Simran enjoys working with her team members. They get along very well. They’re good at distributing the workload and taking ownership of their individual tasks. Her team has regular meetings where everyone is briefed about the upcoming work. Simran feels included and heard when she has inputs to share. Most importantly, Simran’s team members care about each other. They help each other out and cover for each other when needed.
Not surprisingly, Simran’s team is one of the most efficient in her organization. They have excellent synergy, which helps them achieve great results.
This kind of team dynamic is an important characteristic of group cohesiveness. Group cohesiveness explains how well members of a team work together as a cohesive unit. In such teams, the members want to remain part of the group because of the healthy team dynamics. They prefer to work with each other over joining another team.
This kind of cohesion is important in organizations. Let’s explore the meaning of group cohesiveness with examples.
What Is Group Cohesiveness?
Henry Ford, the founder of Ford Motor Company, said, “Coming together is a beginning. Keeping together is progress. Working together is success.”
Group cohesiveness defines the will of each team member to work together toward common goals. It refers to how much team members enjoy working with each other. This synergy is what brings them closer.
In a group, it’s important to rely on others and, in turn, offer help where necessary. You can’t achieve organizational goals only with individual efforts. When you combine these efforts, you can meet your goals.
Let’s look at the importance of group cohesiveness in the workplace:
Working as a cohesive unit helps you overcome setbacks and challenges
You can rely on your team members for support during a crisis
You can build rapport with your coworkers and create lasting relationships
Strong group cohesiveness makes you loyal to your team through its ups and downs
Working in a cohesive team gives you a sense of belonging
Organizations should encourage their teams to work cohesively as it leads to improved performance, increased productivity and better results. Building trust in teams is an important aspect of group cohesiveness. It’s only when you trust your team members that you can reach out to them for help.
Examples Of Group Cohesiveness
Understanding this concept from different perspectives will help you gain insight into what it can mean for you and your team. Here are some examples of group cohesiveness in everyday life:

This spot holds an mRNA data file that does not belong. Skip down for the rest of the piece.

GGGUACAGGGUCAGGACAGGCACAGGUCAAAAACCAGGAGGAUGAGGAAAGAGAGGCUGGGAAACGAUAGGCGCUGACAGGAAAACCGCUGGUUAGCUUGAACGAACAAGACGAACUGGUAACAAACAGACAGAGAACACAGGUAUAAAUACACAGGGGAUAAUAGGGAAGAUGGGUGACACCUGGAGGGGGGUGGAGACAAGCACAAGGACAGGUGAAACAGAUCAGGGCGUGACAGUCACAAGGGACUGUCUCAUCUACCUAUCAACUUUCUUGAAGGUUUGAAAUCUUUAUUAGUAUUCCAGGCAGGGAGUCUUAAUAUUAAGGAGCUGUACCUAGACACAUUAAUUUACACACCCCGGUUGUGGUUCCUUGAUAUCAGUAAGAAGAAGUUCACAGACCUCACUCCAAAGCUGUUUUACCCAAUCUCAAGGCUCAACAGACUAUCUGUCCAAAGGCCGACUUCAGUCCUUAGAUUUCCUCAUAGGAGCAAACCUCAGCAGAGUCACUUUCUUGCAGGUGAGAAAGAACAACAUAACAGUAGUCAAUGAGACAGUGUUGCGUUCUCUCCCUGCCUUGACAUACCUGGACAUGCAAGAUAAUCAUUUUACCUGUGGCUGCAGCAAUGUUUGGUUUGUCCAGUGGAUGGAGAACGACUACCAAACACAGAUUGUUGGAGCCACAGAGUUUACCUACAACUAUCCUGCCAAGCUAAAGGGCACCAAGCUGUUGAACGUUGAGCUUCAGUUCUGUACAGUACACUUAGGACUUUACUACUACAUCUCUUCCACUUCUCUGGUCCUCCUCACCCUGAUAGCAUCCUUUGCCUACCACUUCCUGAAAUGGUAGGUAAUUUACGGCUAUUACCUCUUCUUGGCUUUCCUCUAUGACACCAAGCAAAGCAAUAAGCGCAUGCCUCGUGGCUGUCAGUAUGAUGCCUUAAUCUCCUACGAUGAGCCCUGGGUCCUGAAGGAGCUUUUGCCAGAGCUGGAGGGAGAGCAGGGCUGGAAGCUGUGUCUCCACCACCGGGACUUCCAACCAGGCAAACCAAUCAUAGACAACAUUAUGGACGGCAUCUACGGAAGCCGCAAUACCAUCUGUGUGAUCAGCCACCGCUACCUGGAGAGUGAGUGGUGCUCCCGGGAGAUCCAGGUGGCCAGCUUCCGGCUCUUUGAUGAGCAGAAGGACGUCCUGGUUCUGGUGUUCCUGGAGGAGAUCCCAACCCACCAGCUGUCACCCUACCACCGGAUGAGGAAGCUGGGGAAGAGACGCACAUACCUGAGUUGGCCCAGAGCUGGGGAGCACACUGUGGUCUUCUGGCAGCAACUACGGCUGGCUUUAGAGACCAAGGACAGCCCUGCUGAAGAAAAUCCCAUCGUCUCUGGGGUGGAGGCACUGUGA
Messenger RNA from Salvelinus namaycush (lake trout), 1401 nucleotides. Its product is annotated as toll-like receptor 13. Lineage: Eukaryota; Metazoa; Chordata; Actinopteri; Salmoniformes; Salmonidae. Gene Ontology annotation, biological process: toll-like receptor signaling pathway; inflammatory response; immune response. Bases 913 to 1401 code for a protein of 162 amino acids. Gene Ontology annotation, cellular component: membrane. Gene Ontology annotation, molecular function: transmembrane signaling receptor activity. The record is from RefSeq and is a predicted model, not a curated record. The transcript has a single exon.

Sports teams like a football or cricket team show excellent teamwork, where everyone works as one unit to win a match
A family is considered a cohesive unit because each member focuses on the collective happiness instead of individual gains
Your friend circle also shows group cohesiveness because everyone enjoys spending time together
The most important factor here is the absence of hostility. A well-functioning group is one where there’s trust, friendship and reliability.
Factors That Affect Group Cohesiveness
Many things can hamper team dynamics. From mistrust to conflicts, you may have to navigate your way through a host of factors that affect group cohesiveness.
Some factors that can reduce group dynamics are:
Differences Of Opinion
You may not always agree with your coworkers’ ideas. They could have a different opinion, leading to disagreement. It’s best to listen to everyone and make a decision after taking everyone’s inputs.
Lack Of Trust
Teams are, in essence, built on trust and interpersonal skills. If you can’t trust your teammates, you may find it hard to communicate with them. It can prevent you from sharing important information or reaching out to them for help.
Unclear Roles And Responsibilities
When roles aren’t clearly defined, it can lead to confusion and conflicts. Work distribution should be fair and appropriate. The ideal situation is each member being assigned work that suits their skill set.
At times, there will be conflict within teams. These can be arguments related to pending work or a missed deadline. If someone feels that they are being treated unfairly, they may no longer want to be part of the team.
Every team has a team leader, and it’s their responsibility to ensure the equitable distribution of work and fair treatment of each team member. Teams can fail if one member receives preferential treatment over others.
A team at the workplace is essentially a group of people tasked with achieving specific organizational objectives and goals. Each team member can do their bit to improve dynamics and build group cohesiveness. Start by sharing feedback, communicating clearly and building trust.
Learn more about group cohesiveness and teamwork with Harappa Education’s Managing Teamwork course. With important concepts like the GRIN–Goals, Roles, Interdependence, Norms– Framework you will learn ways to improve collaboration. Effective teamwork will help you sail through difficult times and deal with setbacks.
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